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Obama: McCain slighted middle class

Says foe ignored 'working people' in first debate

Barack Obama and Joe Biden arrive for a campaign rally yesterday in Greensboro, N.C. Barack Obama and Joe Biden arrive for a campaign rally yesterday in Greensboro, N.C. (Jason Reed/ Reuters)
By Jesse J. Holland
Associated Press / September 28, 2008
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GREENSBORO, N.C. - Democratic presidential candidate Barack Obama yesterday called Republican rival John McCain out of touch with middle-class Americans, telling supporters that the GOP senator never once uttered the words "middle class" during their first debate.

"Through 90 minutes of debate, John McCain had a lot to say about me, but he didn't have anything to say about you," Obama told a cheering crowd at the J. Douglas Galyon Depot in downtown Greensboro. "He didn't even say the words 'middle class.' He didn't even say the words 'working people.' "

Obama debuted his post-debate attack on McCain with a campaign swing through North Carolina and Virginia, Republican-leaning states where he thinks he can make inroads. He also spoke by phone to Treasury Secretary Henry Paulson, Senate majority leader Harry Reid, and Representative Barney Frank, Democrat of Massachusetts, about the congressional negotiations surrounding the Wall Street recovery deal, according to campaign staff.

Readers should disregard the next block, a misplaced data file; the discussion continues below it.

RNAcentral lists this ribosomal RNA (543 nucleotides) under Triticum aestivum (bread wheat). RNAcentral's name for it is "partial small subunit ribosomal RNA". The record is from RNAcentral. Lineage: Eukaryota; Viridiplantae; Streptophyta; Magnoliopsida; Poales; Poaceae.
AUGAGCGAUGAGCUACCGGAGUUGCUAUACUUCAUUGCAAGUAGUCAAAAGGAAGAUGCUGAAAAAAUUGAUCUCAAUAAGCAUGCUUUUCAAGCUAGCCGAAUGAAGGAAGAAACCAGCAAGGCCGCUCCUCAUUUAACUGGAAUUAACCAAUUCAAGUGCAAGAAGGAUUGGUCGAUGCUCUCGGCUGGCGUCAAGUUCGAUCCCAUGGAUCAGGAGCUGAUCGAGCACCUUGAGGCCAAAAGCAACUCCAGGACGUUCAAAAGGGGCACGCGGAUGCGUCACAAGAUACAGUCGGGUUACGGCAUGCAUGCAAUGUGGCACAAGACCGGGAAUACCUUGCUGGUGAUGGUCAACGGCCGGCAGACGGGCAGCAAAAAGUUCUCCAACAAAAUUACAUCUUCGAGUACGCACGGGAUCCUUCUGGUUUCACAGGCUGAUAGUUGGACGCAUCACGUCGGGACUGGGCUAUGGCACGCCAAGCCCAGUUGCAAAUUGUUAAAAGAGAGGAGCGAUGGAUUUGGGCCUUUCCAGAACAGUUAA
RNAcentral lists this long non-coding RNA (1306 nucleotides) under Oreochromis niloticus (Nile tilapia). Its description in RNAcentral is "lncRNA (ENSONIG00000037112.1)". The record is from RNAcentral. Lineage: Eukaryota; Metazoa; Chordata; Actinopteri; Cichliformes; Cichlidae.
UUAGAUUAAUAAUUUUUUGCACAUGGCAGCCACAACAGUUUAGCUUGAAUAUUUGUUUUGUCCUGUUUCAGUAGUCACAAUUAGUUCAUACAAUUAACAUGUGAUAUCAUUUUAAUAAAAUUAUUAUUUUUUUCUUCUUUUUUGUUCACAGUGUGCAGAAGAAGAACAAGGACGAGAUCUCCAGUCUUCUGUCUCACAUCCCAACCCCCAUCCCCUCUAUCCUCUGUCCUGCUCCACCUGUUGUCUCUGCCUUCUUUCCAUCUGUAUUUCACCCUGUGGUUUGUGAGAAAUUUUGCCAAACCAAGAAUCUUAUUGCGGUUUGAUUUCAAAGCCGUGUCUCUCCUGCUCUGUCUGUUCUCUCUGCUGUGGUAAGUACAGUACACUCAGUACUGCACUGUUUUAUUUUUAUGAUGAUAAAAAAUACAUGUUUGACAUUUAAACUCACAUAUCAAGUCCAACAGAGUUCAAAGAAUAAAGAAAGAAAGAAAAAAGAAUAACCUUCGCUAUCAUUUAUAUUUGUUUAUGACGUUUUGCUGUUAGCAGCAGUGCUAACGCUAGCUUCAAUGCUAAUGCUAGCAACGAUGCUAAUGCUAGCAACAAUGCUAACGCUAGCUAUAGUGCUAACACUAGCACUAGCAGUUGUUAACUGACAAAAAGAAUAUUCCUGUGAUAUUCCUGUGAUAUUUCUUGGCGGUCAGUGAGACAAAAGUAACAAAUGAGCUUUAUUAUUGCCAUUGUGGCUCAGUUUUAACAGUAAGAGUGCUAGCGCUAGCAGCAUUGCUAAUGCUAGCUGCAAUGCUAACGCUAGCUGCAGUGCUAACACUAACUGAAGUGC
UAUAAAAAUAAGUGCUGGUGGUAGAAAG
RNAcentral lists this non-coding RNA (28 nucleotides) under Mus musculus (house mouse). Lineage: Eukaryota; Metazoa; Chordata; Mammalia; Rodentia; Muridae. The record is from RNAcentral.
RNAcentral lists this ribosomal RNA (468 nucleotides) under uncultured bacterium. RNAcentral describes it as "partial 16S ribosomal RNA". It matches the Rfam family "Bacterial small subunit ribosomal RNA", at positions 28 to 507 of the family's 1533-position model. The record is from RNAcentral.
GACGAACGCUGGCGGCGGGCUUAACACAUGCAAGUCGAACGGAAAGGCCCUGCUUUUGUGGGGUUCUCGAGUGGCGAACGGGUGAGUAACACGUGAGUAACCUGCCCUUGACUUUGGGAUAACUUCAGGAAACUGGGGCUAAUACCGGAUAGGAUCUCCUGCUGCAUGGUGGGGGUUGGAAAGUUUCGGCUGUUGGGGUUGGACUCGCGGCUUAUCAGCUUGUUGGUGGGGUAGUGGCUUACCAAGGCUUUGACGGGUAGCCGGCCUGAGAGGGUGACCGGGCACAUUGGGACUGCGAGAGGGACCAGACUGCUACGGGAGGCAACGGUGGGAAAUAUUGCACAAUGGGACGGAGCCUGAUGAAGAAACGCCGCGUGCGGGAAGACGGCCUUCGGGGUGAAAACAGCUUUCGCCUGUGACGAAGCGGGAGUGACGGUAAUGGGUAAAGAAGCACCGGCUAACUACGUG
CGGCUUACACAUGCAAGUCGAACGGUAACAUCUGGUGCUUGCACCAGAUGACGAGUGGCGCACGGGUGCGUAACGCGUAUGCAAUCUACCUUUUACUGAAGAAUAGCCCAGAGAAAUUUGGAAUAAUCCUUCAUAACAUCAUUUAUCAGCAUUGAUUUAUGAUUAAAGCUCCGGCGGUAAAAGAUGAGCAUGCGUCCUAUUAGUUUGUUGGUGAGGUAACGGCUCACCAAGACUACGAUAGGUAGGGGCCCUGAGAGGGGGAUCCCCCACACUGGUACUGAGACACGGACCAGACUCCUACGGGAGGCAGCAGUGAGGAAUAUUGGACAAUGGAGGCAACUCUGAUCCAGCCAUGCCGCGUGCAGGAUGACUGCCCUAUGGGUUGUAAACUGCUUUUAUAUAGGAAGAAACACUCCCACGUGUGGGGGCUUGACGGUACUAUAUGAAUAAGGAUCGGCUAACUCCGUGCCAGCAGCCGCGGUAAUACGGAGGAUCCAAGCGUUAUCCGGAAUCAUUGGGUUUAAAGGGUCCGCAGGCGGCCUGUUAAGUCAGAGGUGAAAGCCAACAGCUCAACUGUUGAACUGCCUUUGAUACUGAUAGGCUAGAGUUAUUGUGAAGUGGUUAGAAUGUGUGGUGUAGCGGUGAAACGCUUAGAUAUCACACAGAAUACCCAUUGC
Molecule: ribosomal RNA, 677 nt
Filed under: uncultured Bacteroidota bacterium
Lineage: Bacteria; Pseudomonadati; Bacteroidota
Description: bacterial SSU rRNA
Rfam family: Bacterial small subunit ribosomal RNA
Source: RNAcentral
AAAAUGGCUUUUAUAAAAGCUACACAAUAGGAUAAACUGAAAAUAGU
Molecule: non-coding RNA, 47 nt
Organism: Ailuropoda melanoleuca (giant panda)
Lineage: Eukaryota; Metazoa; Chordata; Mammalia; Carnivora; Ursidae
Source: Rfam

But the Illinois senator spent most of the day trying to capitalize on his debate performance by taking McCain to task for not talking about any plans for helping the middle class in the midst of the nation's fiscal crisis.

"Just as important as what we heard from John McCain is what we didn't hear from John McCain," Obama said. "We talked about the economy for 40 minutes and not once did Senator McCain talk about the struggles of middle-class families. Not once did he talk about what they are facing every day here in North Carolina and across the country."

McCain's campaign suggested yesterday that the Arizona senator had referred to the middle class during the debate when he argued that Obama had voted in favor of higher taxes on families making $42,000 a year and proposed hundreds of billions in new government spending that would place a crushing burden on families and businesses. Obama disputed both of those assertions and said that 95 percent of America taxpayers would not pay more in taxes under his plan.

"If he was honest, Barack Obama knows he was unable to debate the merits of supporting higher taxes on the middle class, and bloated government spending during a looming economic crisis - it simply proved indefensible last night," McCain campaign spokesman Tucker Bounds said in a prepared statement.

Appearing with Obama yesterday, running mate Joe Biden called McCain's judgment on every important issue "wrong."

"Last night, John McCain's silence on the middle class was deafening," said Biden, a Delaware senator. "We need more than a brave soldier. We need a wise leader."

The Obama campaign tried to back up that point in its newest ad, which also notes McCain never mentioned the middle class during the debate. "McCain doesn't get it," the announcer says. "Barack Obama does."

"We need a president who will fight for the middle class every day," Obama told the cheering crowd.

Senator Hillary Rodham Clinton also campaigned for her ex-rival, saying that Republicans shouldn't be rewarded "for what they have done to our country."

"We cannot turn over our country with these deep deficits, with these serious economic problems, with the international challenges, to the same team that got us into this mess in the first place," Clinton said in Grand Ledge, Mich.

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